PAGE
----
The purpose of this study was to examine what work conditions predict voluntary job mobility, and whether good health or burnout predicts voluntary job mobility. The respondents in this study had a high degree of job mobility. After two years, 12% had left their organization compared with the average workplace mobility in Sweden of 8% during the same period [22
]. The study population was not only well-educated; in all likelihood they also had a good knowledge of the labour market, since they worked as employment officers. High employability and good opportunities for changing jobs may therefore be a possible explanation for the high degree of job mobility in the study population.
Younger individuals were more mobile. It can be assumed that trying different types of jobs or occupations while building up a career is more common among younger individuals. As individual characteristics are important for being able to change jobs [21
], sex, age, education level, civil status, and having children living at home were controlled for in the analysis.
Work conditions and voluntary job mobility
The results showed that work conditions were related to voluntary job mobility. Low variety (i.e. a low degree of variety in work tasks or procedures) was associated with high voluntary job mobility. According to the activation theory, stimulation by variety and complexity of tasks increases the activation level, which is suggested to improve motivation and job satisfaction [41
]. Repetitive tasks may decrease motivation, job satisfaction, and performance [42
]. Low variety has been associated with increased turnover intentions in several studies [7
], and according to Castle and Engberg [17
] job dissatisfaction is the first step towards the decision to change jobs. Thus, as high variety is related to job satisfaction [44
], low variety may be assumed to predict voluntary job mobility due to job dissatisfaction.
Employees scoring high on autonomy, i.e. the extent to which employees have a major say in planning, performing, and controlling their work, had higher voluntary job mobility. In previous research, low autonomy was associated with high turnover intentions [8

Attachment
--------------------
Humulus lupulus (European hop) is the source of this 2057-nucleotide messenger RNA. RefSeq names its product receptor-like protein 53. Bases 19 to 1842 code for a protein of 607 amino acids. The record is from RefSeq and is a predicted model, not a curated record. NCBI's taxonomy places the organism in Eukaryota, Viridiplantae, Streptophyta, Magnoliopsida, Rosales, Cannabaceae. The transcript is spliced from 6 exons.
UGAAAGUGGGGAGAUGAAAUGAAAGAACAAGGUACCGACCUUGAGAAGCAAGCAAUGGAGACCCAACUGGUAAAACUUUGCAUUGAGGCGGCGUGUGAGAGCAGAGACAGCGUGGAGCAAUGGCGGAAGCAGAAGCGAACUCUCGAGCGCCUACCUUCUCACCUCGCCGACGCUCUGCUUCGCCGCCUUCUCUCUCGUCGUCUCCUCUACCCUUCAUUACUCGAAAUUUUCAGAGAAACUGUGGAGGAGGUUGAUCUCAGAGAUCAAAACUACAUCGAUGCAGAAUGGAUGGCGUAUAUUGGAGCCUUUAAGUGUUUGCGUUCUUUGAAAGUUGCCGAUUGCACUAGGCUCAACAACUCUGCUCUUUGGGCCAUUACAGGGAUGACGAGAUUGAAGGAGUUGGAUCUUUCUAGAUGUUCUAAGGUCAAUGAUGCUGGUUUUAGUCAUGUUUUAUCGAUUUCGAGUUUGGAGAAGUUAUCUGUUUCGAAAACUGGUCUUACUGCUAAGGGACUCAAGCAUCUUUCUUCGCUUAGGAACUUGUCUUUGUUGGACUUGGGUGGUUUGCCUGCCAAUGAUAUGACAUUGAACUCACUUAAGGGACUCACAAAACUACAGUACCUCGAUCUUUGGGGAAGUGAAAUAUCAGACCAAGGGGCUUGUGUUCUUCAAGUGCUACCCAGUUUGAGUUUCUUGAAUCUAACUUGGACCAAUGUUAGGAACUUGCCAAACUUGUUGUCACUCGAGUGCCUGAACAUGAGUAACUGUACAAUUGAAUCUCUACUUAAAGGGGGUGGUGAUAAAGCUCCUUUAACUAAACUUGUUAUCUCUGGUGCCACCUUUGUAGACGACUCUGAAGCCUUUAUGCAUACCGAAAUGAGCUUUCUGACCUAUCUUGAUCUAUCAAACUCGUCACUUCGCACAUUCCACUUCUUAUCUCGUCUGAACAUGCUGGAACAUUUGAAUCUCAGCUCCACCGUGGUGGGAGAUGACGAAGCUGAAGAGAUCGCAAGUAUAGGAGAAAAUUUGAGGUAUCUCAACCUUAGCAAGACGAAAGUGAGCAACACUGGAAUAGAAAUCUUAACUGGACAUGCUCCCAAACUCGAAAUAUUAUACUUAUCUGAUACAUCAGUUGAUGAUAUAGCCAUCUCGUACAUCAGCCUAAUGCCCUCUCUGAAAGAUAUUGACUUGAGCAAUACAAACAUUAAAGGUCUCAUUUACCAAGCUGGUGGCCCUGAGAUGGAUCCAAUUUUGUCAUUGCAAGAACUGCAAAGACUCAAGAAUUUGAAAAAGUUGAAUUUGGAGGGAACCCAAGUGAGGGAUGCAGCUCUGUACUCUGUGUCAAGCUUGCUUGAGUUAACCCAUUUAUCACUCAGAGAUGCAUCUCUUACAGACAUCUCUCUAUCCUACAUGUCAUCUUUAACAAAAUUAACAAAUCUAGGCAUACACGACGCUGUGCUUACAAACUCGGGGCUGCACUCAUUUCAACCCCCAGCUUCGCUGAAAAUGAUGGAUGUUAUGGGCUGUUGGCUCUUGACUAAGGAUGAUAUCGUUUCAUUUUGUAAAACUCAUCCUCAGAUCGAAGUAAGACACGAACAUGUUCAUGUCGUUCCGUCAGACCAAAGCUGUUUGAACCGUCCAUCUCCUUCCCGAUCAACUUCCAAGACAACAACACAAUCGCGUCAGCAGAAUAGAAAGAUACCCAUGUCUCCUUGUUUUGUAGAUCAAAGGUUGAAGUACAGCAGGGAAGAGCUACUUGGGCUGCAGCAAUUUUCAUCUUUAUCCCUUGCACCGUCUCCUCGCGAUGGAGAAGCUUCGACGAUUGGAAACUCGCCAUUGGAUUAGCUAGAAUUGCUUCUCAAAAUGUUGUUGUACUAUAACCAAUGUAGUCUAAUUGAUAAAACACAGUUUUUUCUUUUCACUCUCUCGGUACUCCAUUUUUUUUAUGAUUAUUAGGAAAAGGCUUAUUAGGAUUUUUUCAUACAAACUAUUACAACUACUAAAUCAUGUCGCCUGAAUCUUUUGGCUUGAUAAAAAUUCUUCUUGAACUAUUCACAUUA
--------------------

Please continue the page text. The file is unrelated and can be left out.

] and decreased job satisfaction [45
]. It is reasonable to assume that respondents who scored high on perceived autonomy in this study changed jobs for other reasons than dissatisfaction with their current job, such as career development and advancement to higher skilled jobs. This confirms the statement by Mobley, Griffeth, Hand and Megliano [18
], that in addition to job dissatisfaction, voluntary job mobility may be related to the decision to change to a more attractive job. According to the gravitational theory [27
], people move to a job that matches their ability level, but some people may have higher goals and strive for advancement that matches their future goals and career plans. Changing jobs seems to be triggered by individual motives and people change jobs in the expectation that the new job will be an improvement on their current job, in terms of better work conditions, career development, etc. [27
]. This may also gain support from the expectancy theory, which perceives individuals as rational beings who choose between action options in order to maximize outcomes and minimize costs [48
], or to maximize pleasure or minimize pain [49
]. The expectancy theory also proposes that individuals’ choices about a certain act depend on their beliefs in their own capabilities and the reward from it [50
]. Thus, voluntary job mobility may be due to different reasons: job dissatisfaction but also career development and new challenges.
Voluntary job mobility and health
Despite using instruments that were expected to capture the spectrum from good health to bad health, the associations between health and voluntary job mobility did not quite reach significance. One possible explanation for the null results is that the instruments for measuring global health are too coarse for a healthy, working population. Furthermore, they are also designed to capture symptoms. As the respondents in this study were all white-collar workers with no physically demanding work tasks, this may also have affected the null results.
Voluntary job mobility is most likely due to two forces for mobility: job dissatisfaction and career development. These forces may, in turn, define individuals who are able to act and mobilize themselves to a new job. According to a holistic approach to health, health is related to an individual’s ability to act, and an individual has full health if, in a given standard situation, he or she has the ability to fulfil vital goals [51
]. Drawing on this health approach, work itself may be important for health, which, in turn, may be important for voluntary job mobility.
A weakness of this study is the homogeneous population. The respondents were all well-educated white-collar workers and worked in the same organization with similar work tasks. This may have caused imprecise estimation of associations, compared with a more heterogeneous population.
The strength of this study is the two-year follow-up data and the high response rate.